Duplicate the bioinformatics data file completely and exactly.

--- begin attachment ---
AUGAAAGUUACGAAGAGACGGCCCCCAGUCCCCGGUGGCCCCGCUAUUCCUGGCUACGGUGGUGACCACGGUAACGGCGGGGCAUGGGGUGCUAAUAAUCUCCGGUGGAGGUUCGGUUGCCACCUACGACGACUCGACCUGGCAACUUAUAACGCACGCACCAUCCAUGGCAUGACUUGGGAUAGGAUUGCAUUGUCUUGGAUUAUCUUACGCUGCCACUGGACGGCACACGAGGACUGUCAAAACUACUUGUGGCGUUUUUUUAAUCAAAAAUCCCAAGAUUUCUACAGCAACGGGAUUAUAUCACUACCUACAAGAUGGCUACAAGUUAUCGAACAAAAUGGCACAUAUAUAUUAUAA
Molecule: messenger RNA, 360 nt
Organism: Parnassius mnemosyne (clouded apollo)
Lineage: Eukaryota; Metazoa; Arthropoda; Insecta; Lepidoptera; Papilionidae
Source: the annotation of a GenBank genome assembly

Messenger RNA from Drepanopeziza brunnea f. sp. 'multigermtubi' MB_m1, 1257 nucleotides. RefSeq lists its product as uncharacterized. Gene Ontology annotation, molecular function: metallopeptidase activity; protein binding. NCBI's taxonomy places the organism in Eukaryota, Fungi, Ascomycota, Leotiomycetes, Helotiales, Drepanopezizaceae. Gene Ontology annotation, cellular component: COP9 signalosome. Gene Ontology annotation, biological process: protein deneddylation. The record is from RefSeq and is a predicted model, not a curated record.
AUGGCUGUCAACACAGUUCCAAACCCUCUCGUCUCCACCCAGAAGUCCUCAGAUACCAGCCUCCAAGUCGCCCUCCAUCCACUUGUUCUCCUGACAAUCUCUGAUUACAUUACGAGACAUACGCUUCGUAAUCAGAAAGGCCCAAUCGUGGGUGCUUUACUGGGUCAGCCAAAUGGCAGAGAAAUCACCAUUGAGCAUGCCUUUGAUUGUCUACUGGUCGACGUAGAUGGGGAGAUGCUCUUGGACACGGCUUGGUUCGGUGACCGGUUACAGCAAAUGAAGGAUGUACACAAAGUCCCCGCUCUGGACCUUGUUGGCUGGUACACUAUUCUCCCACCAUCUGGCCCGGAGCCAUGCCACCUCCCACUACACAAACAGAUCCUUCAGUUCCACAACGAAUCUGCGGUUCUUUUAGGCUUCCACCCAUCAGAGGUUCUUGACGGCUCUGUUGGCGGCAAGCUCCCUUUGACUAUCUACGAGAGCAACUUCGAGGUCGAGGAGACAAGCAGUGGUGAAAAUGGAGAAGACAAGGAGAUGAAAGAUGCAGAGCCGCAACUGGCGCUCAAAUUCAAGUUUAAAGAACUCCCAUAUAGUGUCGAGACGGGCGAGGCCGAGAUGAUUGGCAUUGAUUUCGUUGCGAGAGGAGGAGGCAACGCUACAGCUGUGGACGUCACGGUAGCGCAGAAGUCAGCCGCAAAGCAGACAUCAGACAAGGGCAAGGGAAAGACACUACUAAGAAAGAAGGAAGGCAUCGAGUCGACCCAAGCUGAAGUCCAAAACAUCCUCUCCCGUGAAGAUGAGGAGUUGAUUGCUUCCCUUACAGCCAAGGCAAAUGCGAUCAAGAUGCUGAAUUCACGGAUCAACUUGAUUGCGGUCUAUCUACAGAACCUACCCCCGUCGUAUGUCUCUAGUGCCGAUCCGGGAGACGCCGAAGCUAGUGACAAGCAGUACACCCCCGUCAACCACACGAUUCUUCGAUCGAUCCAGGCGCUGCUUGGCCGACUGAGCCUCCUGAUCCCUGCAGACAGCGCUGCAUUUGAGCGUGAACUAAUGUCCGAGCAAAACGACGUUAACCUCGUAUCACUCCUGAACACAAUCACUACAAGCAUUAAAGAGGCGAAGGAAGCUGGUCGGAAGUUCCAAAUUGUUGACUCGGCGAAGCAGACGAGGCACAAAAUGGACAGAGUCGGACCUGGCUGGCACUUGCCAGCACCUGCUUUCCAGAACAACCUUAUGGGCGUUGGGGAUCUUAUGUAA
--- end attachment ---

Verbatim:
AUGAAAGUUACGAAGAGACGGCCCCCAGUCCCCGGUGGCCCCGCUAUUCCUGGCUACGGUGGUGACCACGGUAACGGCGGGGCAUGGGGUGCUAAUAAUCUCCGGUGGAGGUUCGGUUGCCACCUACGACGACUCGACCUGGCAACUUAUAACGCACGCACCAUCCAUGGCAUGACUUGGGAUAGGAUUGCAUUGUCUUGGAUUAUCUUACGCUGCCACUGGACGGCACACGAGGACUGUCAAAACUACUUGUGGCGUUUUUUUAAUCAAAAAUCCCAAGAUUUCUACAGCAACGGGAUUAUAUCACUACCUACAAGAUGGCUACAAGUUAUCGAACAAAAUGGCACAUAUAUAUUAUAA
Molecule: messenger RNA, 360 nt
Organism: Parnassius mnemosyne (clouded apollo)
Lineage: Eukaryota; Metazoa; Arthropoda; Insecta; Lepidoptera; Papilionidae
Source: the annotation of a GenBank genome assembly

Messenger RNA from Drepanopeziza brunnea f. sp. 'multigermtubi' MB_m1, 1257 nucleotides. RefSeq lists its product as uncharacterized. Gene Ontology annotation, molecular function: metallopeptidase activity; protein binding. NCBI's taxonomy places the organism in Eukaryota, Fungi, Ascomycota, Leotiomycetes, Helotiales, Drepanopezizaceae. Gene Ontology annotation, cellular component: COP9 signalosome. Gene Ontology annotation, biological process: protein deneddylation. The record is from RefSeq and is a predicted model, not a curated record.
AUGGCUGUCAACACAGUUCCAAACCCUCUCGUCUCCACCCAGAAGUCCUCAGAUACCAGCCUCCAAGUCGCCCUCCAUCCACUUGUUCUCCUGACAAUCUCUGAUUACAUUACGAGACAUACGCUUCGUAAUCAGAAAGGCCCAAUCGUGGGUGCUUUACUGGGUCAGCCAAAUGGCAGAGAAAUCACCAUUGAGCAUGCCUUUGAUUGUCUACUGGUCGACGUAGAUGGGGAGAUGCUCUUGGACACGGCUUGGUUCGGUGACCGGUUACAGCAAAUGAAGGAUGUACACAAAGUCCCCGCUCUGGACCUUGUUGGCUGGUACACUAUUCUCCCACCAUCUGGCCCGGAGCCAUGCCACCUCCCACUACACAAACAGAUCCUUCAGUUCCACAACGAAUCUGCGGUUCUUUUAGGCUUCCACCCAUCAGAGGUUCUUGACGGCUCUGUUGGCGGCAAGCUCCCUUUGACUAUCUACGAGAGCAACUUCGAGGUCGAGGAGACAAGCAGUGGUGAAAAUGGAGAAGACAAGGAGAUGAAAGAUGCAGAGCCGCAACUGGCGCUCAAAUUCAAGUUUAAAGAACUCCCAUAUAGUGUCGAGACGGGCGAGGCCGAGAUGAUUGGCAUUGAUUUCGUUGCGAGAGGAGGAGGCAACGCUACAGCUGUGGACGUCACGGUAGCGCAGAAGUCAGCCGCAAAGCAGACAUCAGACAAGGGCAAGGGAAAGACACUACUAAGAAAGAAGGAAGGCAUCGAGUCGACCCAAGCUGAAGUCCAAAACAUCCUCUCCCGUGAAGAUGAGGAGUUGAUUGCUUCCCUUACAGCCAAGGCAAAUGCGAUCAAGAUGCUGAAUUCACGGAUCAACUUGAUUGCGGUCUAUCUACAGAACCUACCCCCGUCGUAUGUCUCUAGUGCCGAUCCGGGAGACGCCGAAGCUAGUGACAAGCAGUACACCCCCGUCAACCACACGAUUCUUCGAUCGAUCCAGGCGCUGCUUGGCCGACUGAGCCUCCUGAUCCCUGCAGACAGCGCUGCAUUUGAGCGUGAACUAAUGUCCGAGCAAAACGACGUUAACCUCGUAUCACUCCUGAACACAAUCACUACAAGCAUUAAAGAGGCGAAGGAAGCUGGUCGGAAGUUCCAAAUUGUUGACUCGGCGAAGCAGACGAGGCACAAAAUGGACAGAGUCGGACCUGGCUGGCACUUGCCAGCACCUGCUUUCCAGAACAACCUUAUGGGCGUUGGGGAUCUUAUGUAA